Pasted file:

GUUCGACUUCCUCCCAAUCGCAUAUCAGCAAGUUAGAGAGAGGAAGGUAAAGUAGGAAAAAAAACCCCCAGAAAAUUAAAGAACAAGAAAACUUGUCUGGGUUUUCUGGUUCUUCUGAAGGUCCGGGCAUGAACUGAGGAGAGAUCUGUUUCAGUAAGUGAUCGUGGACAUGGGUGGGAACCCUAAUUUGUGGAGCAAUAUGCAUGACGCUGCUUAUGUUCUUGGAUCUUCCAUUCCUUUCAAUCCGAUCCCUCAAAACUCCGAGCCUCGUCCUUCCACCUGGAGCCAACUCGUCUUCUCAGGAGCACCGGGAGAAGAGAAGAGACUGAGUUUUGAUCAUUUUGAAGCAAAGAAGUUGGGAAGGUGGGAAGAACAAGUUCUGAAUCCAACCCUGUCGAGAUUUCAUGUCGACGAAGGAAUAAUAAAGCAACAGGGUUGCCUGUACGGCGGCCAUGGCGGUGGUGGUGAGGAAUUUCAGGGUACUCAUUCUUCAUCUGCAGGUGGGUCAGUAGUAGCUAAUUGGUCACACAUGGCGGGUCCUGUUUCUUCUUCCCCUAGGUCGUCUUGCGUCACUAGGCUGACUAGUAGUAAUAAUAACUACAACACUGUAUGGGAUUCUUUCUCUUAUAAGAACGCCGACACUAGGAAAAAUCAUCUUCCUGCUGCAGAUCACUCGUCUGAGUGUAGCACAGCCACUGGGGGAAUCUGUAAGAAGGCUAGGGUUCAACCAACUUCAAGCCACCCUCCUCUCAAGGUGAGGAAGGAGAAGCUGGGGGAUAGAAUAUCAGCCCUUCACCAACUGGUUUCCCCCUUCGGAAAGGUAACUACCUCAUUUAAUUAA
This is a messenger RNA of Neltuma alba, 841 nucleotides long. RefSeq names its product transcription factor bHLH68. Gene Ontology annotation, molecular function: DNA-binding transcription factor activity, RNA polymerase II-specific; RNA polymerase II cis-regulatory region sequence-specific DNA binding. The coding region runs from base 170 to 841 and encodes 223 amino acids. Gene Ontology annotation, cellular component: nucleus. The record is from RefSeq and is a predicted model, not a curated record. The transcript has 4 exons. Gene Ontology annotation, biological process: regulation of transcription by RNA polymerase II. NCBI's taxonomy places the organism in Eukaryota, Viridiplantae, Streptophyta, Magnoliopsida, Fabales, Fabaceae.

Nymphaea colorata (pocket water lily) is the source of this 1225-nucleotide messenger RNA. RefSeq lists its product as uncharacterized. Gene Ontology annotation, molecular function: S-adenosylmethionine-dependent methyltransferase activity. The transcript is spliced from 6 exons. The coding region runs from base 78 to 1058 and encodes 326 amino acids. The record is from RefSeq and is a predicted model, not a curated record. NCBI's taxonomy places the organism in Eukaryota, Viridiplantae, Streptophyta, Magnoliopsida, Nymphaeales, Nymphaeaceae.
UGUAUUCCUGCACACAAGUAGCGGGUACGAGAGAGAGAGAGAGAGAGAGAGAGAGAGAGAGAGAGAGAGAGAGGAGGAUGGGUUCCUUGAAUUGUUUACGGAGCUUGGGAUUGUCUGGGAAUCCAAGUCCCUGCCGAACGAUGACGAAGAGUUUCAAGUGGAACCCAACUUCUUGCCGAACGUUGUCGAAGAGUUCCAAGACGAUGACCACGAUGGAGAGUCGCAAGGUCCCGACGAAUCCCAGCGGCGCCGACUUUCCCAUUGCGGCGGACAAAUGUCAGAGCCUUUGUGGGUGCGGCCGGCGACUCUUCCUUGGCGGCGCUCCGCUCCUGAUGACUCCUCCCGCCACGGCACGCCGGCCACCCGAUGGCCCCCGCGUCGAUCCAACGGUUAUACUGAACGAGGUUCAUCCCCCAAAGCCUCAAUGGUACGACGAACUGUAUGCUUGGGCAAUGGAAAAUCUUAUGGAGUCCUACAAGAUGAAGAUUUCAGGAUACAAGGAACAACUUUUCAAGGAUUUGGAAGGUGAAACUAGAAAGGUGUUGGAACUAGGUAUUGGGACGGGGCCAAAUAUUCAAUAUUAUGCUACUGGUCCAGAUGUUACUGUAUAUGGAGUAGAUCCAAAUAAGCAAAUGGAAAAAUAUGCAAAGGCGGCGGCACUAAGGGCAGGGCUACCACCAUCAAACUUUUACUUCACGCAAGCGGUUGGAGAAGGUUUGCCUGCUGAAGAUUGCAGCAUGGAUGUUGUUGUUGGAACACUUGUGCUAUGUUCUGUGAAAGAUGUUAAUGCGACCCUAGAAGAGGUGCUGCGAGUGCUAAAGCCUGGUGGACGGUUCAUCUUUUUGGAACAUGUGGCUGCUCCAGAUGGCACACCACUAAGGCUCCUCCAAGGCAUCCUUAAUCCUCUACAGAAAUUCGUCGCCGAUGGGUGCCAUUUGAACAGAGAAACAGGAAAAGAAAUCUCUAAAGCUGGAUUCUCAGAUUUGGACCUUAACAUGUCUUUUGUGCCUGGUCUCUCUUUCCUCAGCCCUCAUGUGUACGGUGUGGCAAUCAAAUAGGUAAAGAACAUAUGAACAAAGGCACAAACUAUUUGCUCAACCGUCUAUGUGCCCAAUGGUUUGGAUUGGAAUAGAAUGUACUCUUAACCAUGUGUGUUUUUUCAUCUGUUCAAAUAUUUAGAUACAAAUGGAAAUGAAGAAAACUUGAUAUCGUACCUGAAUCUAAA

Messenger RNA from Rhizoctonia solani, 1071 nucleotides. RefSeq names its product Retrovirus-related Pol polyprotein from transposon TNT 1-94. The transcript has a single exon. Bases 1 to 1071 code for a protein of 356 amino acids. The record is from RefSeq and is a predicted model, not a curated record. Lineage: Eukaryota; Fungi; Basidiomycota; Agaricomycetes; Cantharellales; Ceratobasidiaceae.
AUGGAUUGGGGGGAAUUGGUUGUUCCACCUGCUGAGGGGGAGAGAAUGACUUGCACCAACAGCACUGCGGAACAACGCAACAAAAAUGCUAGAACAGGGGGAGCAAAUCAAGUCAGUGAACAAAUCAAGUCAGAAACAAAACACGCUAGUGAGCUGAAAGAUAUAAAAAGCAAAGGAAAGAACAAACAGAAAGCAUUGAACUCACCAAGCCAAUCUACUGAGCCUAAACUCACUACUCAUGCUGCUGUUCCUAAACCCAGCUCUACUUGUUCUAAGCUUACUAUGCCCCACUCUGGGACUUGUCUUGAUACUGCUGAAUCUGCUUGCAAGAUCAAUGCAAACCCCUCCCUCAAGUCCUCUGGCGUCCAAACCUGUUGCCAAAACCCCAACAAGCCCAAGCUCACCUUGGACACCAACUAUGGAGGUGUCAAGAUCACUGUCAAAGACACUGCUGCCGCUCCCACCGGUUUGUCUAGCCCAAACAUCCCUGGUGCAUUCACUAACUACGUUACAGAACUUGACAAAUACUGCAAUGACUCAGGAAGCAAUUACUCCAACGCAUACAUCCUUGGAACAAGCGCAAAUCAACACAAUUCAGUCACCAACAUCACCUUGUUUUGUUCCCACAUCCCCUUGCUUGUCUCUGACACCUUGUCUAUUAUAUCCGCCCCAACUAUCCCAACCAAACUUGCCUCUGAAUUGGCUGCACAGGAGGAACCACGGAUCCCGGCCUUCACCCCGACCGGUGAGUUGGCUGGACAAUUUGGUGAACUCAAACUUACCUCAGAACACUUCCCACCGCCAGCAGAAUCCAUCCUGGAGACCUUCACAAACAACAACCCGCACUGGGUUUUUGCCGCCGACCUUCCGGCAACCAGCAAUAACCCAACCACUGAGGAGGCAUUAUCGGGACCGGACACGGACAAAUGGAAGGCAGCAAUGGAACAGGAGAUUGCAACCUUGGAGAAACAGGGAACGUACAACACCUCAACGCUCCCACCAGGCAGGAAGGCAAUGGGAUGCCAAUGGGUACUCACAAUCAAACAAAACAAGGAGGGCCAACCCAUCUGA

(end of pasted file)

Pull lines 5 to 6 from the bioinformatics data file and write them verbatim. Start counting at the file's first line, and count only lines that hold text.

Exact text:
Messenger RNA from Rhizoctonia solani, 1071 nucleotides. RefSeq names its product Retrovirus-related Pol polyprotein from transposon TNT 1-94. The transcript has a single exon. Bases 1 to 1071 code for a protein of 356 amino acids. The record is from RefSeq and is a predicted model, not a curated record. Lineage: Eukaryota; Fungi; Basidiomycota; Agaricomycetes; Cantharellales; Ceratobasidiaceae.
AUGGAUUGGGGGGAAUUGGUUGUUCCACCUGCUGAGGGGGAGAGAAUGACUUGCACCAACAGCACUGCGGAACAACGCAACAAAAAUGCUAGAACAGGGGGAGCAAAUCAAGUCAGUGAACAAAUCAAGUCAGAAACAAAACACGCUAGUGAGCUGAAAGAUAUAAAAAGCAAAGGAAAGAACAAACAGAAAGCAUUGAACUCACCAAGCCAAUCUACUGAGCCUAAACUCACUACUCAUGCUGCUGUUCCUAAACCCAGCUCUACUUGUUCUAAGCUUACUAUGCCCCACUCUGGGACUUGUCUUGAUACUGCUGAAUCUGCUUGCAAGAUCAAUGCAAACCCCUCCCUCAAGUCCUCUGGCGUCCAAACCUGUUGCCAAAACCCCAACAAGCCCAAGCUCACCUUGGACACCAACUAUGGAGGUGUCAAGAUCACUGUCAAAGACACUGCUGCCGCUCCCACCGGUUUGUCUAGCCCAAACAUCCCUGGUGCAUUCACUAACUACGUUACAGAACUUGACAAAUACUGCAAUGACUCAGGAAGCAAUUACUCCAACGCAUACAUCCUUGGAACAAGCGCAAAUCAACACAAUUCAGUCACCAACAUCACCUUGUUUUGUUCCCACAUCCCCUUGCUUGUCUCUGACACCUUGUCUAUUAUAUCCGCCCCAACUAUCCCAACCAAACUUGCCUCUGAAUUGGCUGCACAGGAGGAACCACGGAUCCCGGCCUUCACCCCGACCGGUGAGUUGGCUGGACAAUUUGGUGAACUCAAACUUACCUCAGAACACUUCCCACCGCCAGCAGAAUCCAUCCUGGAGACCUUCACAAACAACAACCCGCACUGGGUUUUUGCCGCCGACCUUCCGGCAACCAGCAAUAACCCAACCACUGAGGAGGCAUUAUCGGGACCGGACACGGACAAAUGGAAGGCAGCAAUGGAACAGGAGAUUGCAACCUUGGAGAAACAGGGAACGUACAACACCUCAACGCUCCCACCAGGCAGGAAGGCAAUGGGAUGCCAAUGGGUACUCACAAUCAAACAAAACAAGGAGGGCCAACCCAUCUGA